Going bonkers over the brea in Ballona
December 4, 2011 § 18 Comments
I’ve been a pretty regular visitor to Ballona Creek’s daylighting spot, at Cochran Avenue near Venice Boulevard, for over ten years now. And I don’t think there has ever been a time when there was no oily rainbow sheen when I’ve peered over the railing, to watch water flow out of the culverted creek to the open channel. It’s something I’ve pointed out on tours to various watershed groups over the years.
So I’m pretty unimpressed by the observation of an oily sheen there. Back when I first observed it in 2000, city staff told me they were already aware of it, and pretty sure it was from a natural source, observing that tar seeps are fairly common along Wilshire east of the tar pits. There is also fairly high groundwater, which is pumped out of many apartment building basements. Tar seeps + sump pumps = oily water downstream. In 2004 I took Ballona Creek Watershed stakeholders on a “watershed walk” where we easily observed tar seeps as far east as Lafayette Park, oozing between cracks in the concrete. Indeed, in my 2001 group-thesis, Seeking Streams, we mention the active tar seeps at a parking lot across the street from Lafayette. So there’s no surprise there, or shouldn’t be, on the part of anyone who’s taken a tour with me (and that includes people in Agencyland).
Which is why I’m surprised that this has been traced to the La Brea Tar Pits.
Actually I’m flabbergasted. You see, the article indicates this is the result of overflow when stormwater overwhelms the oil and water separator at the Tar Pits. To that point, I’m a little skeptical. Folks, that sheen is there year-round, I find it hard to believe that seasonal overflow is dribbling out all year round. Know how our storm flows come in large-volume flushes? The sheen would be seasonal, actually would probably move with that large flush and not be terribly visible on dry winter days. And certainly not on dry summer ones. There’s got to be a perennial source of discharge. As city staffers had said, it seems most likely that oily sheen is a side effect of a naturally occurring process upstream.
And, um, upstream doesn’t lead to the La Brea Tar Pits.
For the Tar Pits to be the source, we’d see this sheen somewhere between Marvin Avenue and Fairfax where stormdrains from that area connect to Ballona, not several blocks upstream at Cochran. There has been a long-standing odor problem around Fairfax and the creek, but that was tied to scrubbers on the sewage system. I’ve never seen any other issues with oil in the creek. While the Tar Pits separators may periodically overflow, there are other continual sources elsewhere. You know, upstream.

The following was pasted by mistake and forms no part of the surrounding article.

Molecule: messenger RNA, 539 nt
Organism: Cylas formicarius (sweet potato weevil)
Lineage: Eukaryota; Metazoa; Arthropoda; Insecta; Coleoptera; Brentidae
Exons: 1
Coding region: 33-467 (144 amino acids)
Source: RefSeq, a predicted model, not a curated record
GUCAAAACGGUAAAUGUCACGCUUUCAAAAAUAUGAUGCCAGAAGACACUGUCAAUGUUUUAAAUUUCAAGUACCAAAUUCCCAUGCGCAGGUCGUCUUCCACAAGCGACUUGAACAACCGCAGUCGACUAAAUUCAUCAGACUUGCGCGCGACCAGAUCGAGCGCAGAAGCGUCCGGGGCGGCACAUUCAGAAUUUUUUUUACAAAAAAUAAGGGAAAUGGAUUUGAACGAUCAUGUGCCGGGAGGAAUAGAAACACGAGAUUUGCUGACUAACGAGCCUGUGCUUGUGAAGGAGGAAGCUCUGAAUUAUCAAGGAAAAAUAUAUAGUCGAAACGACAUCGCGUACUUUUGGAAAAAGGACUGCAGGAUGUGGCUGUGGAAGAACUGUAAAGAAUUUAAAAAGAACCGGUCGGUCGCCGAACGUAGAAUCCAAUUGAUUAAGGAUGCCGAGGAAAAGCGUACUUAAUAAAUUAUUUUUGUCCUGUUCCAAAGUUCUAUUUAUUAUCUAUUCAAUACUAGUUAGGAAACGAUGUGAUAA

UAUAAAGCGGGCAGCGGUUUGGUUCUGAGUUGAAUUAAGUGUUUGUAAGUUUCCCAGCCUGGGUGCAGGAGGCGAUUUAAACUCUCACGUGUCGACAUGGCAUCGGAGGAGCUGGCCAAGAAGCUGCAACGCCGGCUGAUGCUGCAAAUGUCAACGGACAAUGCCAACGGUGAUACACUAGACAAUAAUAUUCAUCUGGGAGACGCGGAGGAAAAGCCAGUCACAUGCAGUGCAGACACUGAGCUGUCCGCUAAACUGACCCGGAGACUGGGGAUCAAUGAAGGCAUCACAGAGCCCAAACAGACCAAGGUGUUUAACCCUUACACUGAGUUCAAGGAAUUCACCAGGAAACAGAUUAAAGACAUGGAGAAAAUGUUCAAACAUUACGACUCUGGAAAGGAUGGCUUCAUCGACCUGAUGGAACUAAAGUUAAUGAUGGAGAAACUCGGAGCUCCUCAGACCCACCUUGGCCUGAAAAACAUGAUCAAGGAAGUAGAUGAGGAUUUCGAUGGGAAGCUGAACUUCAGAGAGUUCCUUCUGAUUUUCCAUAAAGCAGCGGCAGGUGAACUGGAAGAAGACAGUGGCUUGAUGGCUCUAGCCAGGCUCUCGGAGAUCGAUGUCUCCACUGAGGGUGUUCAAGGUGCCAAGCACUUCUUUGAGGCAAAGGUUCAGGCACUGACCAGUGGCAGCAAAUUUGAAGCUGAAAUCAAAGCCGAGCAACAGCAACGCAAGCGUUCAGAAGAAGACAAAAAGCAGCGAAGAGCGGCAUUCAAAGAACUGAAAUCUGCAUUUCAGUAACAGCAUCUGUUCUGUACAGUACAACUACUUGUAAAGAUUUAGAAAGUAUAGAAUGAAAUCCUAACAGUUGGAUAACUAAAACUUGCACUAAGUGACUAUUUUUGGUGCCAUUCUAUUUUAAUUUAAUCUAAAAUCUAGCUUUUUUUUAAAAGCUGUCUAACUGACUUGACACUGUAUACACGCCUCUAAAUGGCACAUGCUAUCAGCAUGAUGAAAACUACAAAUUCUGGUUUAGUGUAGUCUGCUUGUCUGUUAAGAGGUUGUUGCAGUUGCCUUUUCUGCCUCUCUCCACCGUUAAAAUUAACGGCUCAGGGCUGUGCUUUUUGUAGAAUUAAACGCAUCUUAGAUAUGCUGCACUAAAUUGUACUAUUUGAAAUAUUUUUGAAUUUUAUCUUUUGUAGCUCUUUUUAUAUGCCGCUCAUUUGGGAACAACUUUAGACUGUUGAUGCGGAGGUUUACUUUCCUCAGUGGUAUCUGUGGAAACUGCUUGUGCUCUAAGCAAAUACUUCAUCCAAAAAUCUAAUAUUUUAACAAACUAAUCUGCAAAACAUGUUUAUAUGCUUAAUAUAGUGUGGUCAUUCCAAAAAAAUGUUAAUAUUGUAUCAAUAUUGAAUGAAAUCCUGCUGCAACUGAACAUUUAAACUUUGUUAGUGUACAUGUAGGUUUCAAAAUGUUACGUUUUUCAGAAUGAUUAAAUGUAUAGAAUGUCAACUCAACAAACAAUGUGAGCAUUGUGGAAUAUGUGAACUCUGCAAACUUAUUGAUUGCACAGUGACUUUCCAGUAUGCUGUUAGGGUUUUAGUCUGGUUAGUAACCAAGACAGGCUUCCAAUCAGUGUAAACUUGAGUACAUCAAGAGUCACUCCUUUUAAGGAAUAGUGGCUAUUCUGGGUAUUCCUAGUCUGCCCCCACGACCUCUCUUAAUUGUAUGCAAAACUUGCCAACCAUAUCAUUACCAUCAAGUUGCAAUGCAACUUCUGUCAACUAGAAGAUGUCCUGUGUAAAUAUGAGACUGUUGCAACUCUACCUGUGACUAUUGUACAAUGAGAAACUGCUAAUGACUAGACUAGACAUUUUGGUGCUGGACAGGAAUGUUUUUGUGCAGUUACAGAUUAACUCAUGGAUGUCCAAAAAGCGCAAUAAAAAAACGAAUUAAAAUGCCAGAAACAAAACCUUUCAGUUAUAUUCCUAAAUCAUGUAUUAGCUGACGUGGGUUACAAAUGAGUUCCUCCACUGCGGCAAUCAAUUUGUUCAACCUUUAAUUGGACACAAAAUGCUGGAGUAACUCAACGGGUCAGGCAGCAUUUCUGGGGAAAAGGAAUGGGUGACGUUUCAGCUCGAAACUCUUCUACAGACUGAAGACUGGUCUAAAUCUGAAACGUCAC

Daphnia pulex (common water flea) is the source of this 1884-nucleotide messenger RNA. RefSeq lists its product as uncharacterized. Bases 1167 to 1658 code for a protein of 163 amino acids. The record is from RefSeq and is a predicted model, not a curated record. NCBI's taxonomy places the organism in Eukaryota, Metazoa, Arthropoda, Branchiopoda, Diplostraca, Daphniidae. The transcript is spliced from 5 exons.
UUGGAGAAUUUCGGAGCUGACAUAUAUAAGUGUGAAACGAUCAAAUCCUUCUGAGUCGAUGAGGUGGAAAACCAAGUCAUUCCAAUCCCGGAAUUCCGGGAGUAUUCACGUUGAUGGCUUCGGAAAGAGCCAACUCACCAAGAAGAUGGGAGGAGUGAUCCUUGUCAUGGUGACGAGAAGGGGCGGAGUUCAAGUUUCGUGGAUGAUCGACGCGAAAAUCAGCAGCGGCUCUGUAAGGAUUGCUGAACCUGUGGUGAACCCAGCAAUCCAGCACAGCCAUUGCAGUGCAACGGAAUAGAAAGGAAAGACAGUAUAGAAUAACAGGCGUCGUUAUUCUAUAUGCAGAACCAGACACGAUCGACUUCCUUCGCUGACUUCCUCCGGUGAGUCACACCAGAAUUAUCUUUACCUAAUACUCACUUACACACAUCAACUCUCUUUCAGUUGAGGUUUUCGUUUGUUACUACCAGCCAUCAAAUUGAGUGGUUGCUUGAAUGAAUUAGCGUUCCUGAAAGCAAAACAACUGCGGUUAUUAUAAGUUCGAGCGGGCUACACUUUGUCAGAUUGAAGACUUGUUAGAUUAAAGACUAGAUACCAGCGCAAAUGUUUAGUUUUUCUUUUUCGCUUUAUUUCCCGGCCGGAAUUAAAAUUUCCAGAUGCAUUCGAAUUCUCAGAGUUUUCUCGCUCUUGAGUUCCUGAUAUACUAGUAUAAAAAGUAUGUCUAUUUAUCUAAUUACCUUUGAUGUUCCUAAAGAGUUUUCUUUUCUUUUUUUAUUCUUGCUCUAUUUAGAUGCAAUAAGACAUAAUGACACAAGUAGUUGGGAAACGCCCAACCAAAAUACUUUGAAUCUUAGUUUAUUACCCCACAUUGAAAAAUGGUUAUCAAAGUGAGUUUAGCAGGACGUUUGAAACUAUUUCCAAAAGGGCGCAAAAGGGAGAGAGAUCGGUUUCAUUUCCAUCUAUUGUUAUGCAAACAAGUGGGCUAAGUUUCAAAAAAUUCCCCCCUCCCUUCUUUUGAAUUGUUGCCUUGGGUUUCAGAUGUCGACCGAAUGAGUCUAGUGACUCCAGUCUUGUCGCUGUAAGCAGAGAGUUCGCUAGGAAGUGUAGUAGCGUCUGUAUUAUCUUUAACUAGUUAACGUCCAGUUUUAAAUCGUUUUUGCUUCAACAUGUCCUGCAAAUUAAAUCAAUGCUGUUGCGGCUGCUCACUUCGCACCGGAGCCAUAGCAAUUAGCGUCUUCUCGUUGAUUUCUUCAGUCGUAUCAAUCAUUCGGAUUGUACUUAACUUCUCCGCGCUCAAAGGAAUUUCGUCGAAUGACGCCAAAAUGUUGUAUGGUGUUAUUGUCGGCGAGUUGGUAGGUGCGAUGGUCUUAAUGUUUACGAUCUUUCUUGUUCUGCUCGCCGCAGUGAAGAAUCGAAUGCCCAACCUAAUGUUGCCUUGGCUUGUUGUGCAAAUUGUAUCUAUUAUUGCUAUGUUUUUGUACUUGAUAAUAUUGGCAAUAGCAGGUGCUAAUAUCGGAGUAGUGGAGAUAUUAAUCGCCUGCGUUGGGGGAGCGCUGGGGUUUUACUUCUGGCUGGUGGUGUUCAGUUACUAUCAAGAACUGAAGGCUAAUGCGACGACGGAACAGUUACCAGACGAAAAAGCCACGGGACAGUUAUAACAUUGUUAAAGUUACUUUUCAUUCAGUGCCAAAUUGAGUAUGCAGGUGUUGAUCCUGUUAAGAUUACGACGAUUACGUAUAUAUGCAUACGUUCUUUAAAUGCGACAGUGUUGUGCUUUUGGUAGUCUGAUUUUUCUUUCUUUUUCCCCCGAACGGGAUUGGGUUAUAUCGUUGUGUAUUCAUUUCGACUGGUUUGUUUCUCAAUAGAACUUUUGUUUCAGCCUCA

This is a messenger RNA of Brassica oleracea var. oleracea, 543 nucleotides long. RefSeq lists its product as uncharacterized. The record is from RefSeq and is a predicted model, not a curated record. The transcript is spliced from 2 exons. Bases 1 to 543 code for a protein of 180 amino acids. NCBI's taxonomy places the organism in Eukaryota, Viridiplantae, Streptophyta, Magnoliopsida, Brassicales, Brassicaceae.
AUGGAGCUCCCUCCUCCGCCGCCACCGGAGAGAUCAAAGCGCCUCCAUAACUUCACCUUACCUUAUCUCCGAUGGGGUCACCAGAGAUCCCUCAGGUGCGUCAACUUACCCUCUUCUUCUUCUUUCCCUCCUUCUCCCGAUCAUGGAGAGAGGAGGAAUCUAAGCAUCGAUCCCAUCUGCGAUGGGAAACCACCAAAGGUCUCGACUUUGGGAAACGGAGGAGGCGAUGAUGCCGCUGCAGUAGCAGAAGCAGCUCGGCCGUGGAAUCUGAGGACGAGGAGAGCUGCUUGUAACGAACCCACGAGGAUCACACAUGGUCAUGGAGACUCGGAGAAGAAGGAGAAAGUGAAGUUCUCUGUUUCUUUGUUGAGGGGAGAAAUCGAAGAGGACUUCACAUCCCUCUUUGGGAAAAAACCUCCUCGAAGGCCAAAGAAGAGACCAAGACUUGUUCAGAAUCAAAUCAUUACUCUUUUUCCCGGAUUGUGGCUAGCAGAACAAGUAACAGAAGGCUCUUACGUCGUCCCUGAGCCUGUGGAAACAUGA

Now I hate to see $2 million go to waste, may I humbly renew the suggestion that we consider daylighting Arroyo de la BREA which flowed from Lafayette Park down to Ballona Creek? And is, in fact, upstream of the known & observed offending sheen. Given the natural occurrence of tar here, the gadfly in me also wonders if this particular water quality battle is as misguided as everyone’s sense of direction. Tar here is a background condition, and I wonder if any ecologist can speak to unique species diversity that evolved to inhabit this type of environment, and can offer a fair assessment of that to the level of ecological or public health threat this poses downstream. This brea, after all, has been present for thousands of years while downstream rivers flowed to coastal wetlands. Perhaps the fragility of our remaining resources exceeds the benefit of restoring creeks in the city, especially if they ooze tar. I could accept that conclusion if, over the past ten years, there’d been some fair consideration of the benefits of daylighting.
As a point of reference/contrast, there’s open tar seeps on Santa Paula Creek, a trib to the Santa Clara River. I don’t see anyone trying to slap an oil-and-water separator on that. Indeed, I find a lot of irony in how we in Los Angeles have made our natural environment so unnatural that we cannot find what’s upstream of a given point, nor can we accept some of the messy natural processes of the land, nor can we fathom a restoration that provides benefits and context for this messiness. But we can apparently throw money at devices.
So there’s this simple device called a trash can, and another one called a garbage truck, that I think could definitely be a benefit in greater quantities to this area of the Ballona Creek watershed. If we can’t put money into restoration, could we at least throw some more of it at this? And into housing, food and aid for the homeless, whose rummaging through these already overflowing receptacles in search of something to eat or recycle often lands garbage in the gutters – trash in street runoff merely being a side effect of their plight.